She admires Ted for his unique thought process. Unlike most academics, he did not follow the traditional university path and instead taught himself through his experiences as a wild child. His perspective is original and stems from direct observation in nature. In meetings, he is not afraid to confidently express disagreement and push for unconventional ideas. He thrives on sharing knowledge and promoting collaboration, which is essential in the scientific community. Many of his ideas may seem radical at first, but upon further consideration, they often hold validity. He continuously thinks outside of the box.
Green’s latest book, Treetime, released by the Arboricultural Association charity and financed by Green with his £25,000 winnings from premium bonds, contains a wealth of extensive expertise, daring concepts, and thought-provoking ideas.
According to him, non-native trees are not a concern and he believes that the impact of shade is more harmful to British forests than high deer populations. He strongly opposes the current trend of planting dense, dark, and unproductive forests in the name of carbon capture.
According to him, trees that grow freely for 400 years will absorb much more carbon than a group of small, densely planted trees that only live for less than 100 years. These open-grown trees also provide significant advantages for biodiversity, temperature control, and even produce fruit. He emphasizes the importance of urban forests, which primarily consist of open-grown trees.
Great Britain is home to a large number of these trees, with England alone possessing over 3,400 ancient oak trees that are at least 400 years old. This number far exceeds the amount found in all of continental Europe. These oaks play a crucial role in supporting over 2,000 different species of animals, plants, and fungi. In comparison, non-native spruce trees have been found to only support 37 species of invertebrates.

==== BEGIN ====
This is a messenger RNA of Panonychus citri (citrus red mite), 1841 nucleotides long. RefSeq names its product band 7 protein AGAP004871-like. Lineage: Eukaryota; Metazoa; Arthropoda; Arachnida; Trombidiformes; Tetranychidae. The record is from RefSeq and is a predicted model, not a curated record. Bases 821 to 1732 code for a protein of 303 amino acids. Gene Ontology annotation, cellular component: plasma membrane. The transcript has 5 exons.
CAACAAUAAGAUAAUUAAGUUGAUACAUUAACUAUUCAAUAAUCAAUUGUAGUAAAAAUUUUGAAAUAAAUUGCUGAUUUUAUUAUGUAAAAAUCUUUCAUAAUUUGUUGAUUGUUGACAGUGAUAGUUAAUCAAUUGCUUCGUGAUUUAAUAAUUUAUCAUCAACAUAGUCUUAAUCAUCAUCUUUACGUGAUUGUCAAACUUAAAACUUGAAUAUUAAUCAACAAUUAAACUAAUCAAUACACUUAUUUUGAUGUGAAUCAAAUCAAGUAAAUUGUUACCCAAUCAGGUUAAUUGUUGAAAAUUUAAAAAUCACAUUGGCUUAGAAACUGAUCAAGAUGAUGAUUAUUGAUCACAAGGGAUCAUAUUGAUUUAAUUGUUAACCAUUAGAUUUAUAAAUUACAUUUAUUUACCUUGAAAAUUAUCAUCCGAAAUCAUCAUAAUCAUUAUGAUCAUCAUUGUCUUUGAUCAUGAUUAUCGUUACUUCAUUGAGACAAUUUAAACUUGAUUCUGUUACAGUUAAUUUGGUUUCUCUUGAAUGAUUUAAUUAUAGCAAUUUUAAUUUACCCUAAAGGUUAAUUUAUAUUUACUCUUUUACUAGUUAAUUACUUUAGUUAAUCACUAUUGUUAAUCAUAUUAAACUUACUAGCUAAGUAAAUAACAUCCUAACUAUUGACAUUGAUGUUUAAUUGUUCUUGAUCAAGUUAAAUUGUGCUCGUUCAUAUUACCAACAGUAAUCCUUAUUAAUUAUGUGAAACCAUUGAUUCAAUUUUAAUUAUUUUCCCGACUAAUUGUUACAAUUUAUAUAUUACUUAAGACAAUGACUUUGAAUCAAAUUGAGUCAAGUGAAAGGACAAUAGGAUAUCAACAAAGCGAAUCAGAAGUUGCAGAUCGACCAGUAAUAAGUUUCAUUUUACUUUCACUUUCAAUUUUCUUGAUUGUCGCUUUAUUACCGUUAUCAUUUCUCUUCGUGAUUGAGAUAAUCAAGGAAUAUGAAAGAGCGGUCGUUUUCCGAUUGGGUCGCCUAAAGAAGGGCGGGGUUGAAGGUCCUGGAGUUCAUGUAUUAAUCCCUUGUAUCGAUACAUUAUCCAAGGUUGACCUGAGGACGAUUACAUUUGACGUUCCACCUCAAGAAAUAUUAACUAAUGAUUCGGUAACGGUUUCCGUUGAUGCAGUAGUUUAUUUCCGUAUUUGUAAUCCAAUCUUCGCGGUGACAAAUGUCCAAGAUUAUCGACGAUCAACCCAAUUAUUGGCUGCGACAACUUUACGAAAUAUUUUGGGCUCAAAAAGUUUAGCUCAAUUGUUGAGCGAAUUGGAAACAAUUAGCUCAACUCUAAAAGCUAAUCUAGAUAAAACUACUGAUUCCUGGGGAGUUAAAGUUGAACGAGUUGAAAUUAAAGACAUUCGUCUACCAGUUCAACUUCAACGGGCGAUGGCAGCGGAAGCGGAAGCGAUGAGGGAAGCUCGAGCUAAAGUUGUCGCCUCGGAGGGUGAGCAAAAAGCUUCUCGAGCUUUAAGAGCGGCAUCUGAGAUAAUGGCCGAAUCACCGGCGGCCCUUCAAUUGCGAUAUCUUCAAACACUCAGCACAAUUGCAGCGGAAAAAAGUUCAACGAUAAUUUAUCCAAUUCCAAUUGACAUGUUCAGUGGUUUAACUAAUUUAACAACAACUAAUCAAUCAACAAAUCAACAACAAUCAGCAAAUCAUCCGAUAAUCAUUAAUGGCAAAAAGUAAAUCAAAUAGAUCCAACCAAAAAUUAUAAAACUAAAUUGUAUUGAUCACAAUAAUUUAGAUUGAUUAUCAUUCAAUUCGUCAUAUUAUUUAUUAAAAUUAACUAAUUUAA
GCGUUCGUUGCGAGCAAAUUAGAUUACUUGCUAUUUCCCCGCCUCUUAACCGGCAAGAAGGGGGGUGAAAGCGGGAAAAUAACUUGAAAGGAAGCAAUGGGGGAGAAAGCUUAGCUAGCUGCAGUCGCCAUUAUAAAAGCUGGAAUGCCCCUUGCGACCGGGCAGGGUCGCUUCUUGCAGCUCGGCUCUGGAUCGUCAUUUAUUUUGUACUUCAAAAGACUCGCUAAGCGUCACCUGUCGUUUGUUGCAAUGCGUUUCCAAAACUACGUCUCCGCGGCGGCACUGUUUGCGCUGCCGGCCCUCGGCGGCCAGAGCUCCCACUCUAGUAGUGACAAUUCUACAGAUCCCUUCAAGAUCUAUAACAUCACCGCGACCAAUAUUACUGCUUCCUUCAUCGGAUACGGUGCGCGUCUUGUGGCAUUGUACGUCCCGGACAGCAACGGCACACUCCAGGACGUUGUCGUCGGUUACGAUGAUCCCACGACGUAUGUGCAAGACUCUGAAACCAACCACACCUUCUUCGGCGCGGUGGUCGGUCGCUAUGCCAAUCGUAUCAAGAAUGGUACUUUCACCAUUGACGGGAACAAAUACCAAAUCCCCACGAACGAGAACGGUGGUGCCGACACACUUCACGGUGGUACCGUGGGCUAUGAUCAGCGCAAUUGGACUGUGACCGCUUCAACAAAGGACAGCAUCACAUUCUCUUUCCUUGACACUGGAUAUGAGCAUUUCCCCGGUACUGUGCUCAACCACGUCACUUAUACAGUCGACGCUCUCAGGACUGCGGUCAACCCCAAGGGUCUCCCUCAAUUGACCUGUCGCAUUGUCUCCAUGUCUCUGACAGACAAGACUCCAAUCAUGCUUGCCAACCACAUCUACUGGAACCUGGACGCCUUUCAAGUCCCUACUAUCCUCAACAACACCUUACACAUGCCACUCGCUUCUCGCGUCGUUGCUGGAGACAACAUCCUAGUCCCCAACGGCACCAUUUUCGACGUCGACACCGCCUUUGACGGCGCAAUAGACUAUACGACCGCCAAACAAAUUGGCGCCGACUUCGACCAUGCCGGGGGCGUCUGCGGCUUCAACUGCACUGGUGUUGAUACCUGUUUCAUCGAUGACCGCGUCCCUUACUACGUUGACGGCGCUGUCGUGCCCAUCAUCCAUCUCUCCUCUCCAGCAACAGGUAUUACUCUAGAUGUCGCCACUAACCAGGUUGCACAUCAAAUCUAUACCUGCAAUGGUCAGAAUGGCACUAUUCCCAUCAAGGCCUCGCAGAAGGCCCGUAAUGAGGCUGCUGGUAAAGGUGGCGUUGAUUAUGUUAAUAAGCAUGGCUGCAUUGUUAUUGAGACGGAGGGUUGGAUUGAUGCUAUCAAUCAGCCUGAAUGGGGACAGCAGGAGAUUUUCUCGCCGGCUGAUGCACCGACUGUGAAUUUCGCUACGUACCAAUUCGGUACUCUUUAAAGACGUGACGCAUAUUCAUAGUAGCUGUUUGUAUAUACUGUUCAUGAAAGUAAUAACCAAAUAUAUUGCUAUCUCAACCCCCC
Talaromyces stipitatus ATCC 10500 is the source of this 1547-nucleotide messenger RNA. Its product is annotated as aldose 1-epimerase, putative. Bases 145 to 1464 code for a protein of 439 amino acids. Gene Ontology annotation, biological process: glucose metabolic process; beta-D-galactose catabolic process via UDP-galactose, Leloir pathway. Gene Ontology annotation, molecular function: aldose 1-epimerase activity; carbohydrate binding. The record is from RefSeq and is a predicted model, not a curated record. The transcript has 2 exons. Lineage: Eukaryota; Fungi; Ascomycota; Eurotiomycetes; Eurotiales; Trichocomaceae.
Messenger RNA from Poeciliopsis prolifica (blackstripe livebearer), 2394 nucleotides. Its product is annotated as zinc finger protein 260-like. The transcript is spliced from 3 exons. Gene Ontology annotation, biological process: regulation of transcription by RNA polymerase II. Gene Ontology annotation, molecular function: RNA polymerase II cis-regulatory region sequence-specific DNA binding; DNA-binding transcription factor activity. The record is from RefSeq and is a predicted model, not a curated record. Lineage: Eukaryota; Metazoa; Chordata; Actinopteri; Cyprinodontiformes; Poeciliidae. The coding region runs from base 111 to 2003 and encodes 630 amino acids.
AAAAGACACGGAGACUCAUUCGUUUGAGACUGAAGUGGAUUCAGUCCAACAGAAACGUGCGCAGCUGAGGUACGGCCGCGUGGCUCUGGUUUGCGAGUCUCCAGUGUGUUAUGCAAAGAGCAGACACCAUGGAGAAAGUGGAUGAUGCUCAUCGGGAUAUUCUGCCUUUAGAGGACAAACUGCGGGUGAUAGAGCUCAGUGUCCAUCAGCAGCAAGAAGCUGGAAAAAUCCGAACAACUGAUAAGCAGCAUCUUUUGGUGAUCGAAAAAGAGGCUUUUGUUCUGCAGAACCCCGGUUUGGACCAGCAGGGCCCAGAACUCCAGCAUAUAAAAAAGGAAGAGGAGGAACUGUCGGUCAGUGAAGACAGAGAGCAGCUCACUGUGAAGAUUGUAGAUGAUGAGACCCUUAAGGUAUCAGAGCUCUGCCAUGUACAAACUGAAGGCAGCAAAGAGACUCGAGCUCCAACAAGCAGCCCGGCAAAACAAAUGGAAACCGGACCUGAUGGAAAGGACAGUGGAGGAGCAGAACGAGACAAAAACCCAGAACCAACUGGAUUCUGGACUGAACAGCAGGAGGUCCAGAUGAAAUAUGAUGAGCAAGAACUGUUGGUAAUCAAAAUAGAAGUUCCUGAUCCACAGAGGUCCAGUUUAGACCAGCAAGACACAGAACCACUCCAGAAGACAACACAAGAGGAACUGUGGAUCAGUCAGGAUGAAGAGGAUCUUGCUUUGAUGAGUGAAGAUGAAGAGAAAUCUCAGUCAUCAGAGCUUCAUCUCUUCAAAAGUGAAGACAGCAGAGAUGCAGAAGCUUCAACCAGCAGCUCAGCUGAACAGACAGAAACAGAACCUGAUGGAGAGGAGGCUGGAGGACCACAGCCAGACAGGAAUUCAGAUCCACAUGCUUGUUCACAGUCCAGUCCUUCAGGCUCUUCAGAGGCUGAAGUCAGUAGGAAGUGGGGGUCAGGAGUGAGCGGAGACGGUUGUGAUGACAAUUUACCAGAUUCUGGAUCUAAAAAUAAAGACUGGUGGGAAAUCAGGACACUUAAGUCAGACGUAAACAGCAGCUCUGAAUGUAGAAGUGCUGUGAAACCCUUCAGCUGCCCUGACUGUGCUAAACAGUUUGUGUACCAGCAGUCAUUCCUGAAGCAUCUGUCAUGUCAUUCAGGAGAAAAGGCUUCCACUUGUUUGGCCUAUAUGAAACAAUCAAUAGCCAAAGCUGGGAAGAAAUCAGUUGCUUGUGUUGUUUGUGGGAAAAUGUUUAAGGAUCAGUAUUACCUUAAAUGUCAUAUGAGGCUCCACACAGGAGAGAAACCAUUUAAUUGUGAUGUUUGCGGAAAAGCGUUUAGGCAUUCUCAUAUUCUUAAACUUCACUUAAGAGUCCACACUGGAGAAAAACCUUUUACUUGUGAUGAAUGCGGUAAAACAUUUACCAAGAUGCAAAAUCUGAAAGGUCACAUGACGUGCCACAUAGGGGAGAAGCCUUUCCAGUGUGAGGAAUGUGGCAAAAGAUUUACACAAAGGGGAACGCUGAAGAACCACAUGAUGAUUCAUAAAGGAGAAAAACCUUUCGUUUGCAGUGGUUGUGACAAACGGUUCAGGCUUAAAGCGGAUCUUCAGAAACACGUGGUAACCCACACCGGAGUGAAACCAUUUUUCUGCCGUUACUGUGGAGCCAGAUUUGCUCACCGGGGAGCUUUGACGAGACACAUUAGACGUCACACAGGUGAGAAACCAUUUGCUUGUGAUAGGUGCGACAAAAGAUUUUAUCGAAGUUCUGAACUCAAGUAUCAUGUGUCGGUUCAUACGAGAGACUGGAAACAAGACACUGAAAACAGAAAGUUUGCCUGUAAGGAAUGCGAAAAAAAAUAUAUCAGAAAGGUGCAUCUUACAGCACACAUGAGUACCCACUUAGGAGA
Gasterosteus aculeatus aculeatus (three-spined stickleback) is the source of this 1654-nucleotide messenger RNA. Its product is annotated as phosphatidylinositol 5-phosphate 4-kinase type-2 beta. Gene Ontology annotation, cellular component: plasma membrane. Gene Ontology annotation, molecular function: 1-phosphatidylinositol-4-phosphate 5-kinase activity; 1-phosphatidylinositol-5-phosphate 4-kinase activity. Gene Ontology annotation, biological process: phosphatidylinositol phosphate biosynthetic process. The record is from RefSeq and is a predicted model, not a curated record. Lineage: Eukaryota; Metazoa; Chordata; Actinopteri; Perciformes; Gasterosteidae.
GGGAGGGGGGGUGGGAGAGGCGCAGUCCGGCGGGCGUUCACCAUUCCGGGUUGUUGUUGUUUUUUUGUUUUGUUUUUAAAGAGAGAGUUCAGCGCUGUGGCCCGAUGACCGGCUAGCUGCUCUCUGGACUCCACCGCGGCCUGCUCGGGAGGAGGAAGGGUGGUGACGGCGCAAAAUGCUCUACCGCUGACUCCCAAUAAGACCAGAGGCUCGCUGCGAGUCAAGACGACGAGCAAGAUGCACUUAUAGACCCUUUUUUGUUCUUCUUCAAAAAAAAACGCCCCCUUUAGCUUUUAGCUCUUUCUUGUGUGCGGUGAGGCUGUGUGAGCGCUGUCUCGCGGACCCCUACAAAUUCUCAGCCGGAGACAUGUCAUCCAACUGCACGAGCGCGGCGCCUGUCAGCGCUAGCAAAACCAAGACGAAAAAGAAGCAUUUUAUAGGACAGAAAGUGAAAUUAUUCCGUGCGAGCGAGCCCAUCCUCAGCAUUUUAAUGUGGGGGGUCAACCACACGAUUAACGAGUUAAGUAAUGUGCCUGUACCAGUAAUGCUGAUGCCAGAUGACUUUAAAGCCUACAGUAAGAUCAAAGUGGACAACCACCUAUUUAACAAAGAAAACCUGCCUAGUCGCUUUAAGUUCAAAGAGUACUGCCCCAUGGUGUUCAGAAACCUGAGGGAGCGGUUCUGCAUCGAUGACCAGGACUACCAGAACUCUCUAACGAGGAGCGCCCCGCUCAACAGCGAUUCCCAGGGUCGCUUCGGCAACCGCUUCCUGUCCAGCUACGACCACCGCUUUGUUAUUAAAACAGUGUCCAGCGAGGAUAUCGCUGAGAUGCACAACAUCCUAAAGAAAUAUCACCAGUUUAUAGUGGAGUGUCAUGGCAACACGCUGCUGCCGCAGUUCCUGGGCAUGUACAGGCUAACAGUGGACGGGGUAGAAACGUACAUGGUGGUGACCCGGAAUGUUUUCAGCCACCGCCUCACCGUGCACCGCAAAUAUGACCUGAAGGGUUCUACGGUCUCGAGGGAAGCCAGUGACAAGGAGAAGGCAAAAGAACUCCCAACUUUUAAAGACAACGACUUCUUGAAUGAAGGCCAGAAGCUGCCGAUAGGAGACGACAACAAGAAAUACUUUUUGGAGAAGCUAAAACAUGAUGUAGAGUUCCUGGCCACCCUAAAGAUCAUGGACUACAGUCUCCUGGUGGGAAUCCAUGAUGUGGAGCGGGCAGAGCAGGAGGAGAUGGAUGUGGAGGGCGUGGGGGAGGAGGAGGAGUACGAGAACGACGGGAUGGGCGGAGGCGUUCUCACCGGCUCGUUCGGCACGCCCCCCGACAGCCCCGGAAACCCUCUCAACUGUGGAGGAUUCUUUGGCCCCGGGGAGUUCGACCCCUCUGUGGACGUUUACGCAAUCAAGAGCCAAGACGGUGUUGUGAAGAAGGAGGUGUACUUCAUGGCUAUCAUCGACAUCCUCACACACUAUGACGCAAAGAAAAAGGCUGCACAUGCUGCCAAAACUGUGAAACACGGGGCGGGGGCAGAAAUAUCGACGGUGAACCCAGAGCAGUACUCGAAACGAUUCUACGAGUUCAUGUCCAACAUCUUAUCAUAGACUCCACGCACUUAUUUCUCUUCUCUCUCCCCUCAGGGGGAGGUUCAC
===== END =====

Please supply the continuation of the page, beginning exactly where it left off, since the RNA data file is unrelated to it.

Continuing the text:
According to Green, our island is small and has a supply of coal, leading to a decrease in the need for wood as fuel. Additionally, we are fortunate to not have experienced war for 400 years. In times of war, refugees and armies often require wood, so our lack of conflict has also contributed to the preservation of our wood resources. Finally, we must show gratitude to our aristocracy for helping to maintain our wood reserves.
Regrettably, according to Green, there are benches located next to the River Thames “that receive greater protection than our historic trees”.
In France, maps indicate the locations of significant ancient trees. Green states, “Almost all European countries hold their old trees in high esteem, while we tend to overlook them.”
Green and other experts in ancient trees believe that tree preservation orders are ineffective due to limited resources within local authorities for enforcing the law and safeguarding trees. Green suggests implementing a system for listing ancient trees and providing funding for enforcement and assistance to owners in maintaining their mature trees.
The Heritage Trees bill, proposed by Barbara Young as a private member’s bill in the House of Lords this month, aims to accomplish this goal. However, the chances of it being passed without government backing are low.
Green is concerned that traditional conservation efforts do not acknowledge the responsibility we have to protect our collection of historic trees. He believes that these trees hold important messages for us. Just as miners used canaries to gauge the safety of the mines, we can observe the health of Europe by looking at the health of its trees. Green believes that our primary duty is to preserve the ancient trees in Europe.
His one wish would be for trees to receive the same level of respect and recognition as historic buildings, as he believes they are also a form of living heritage.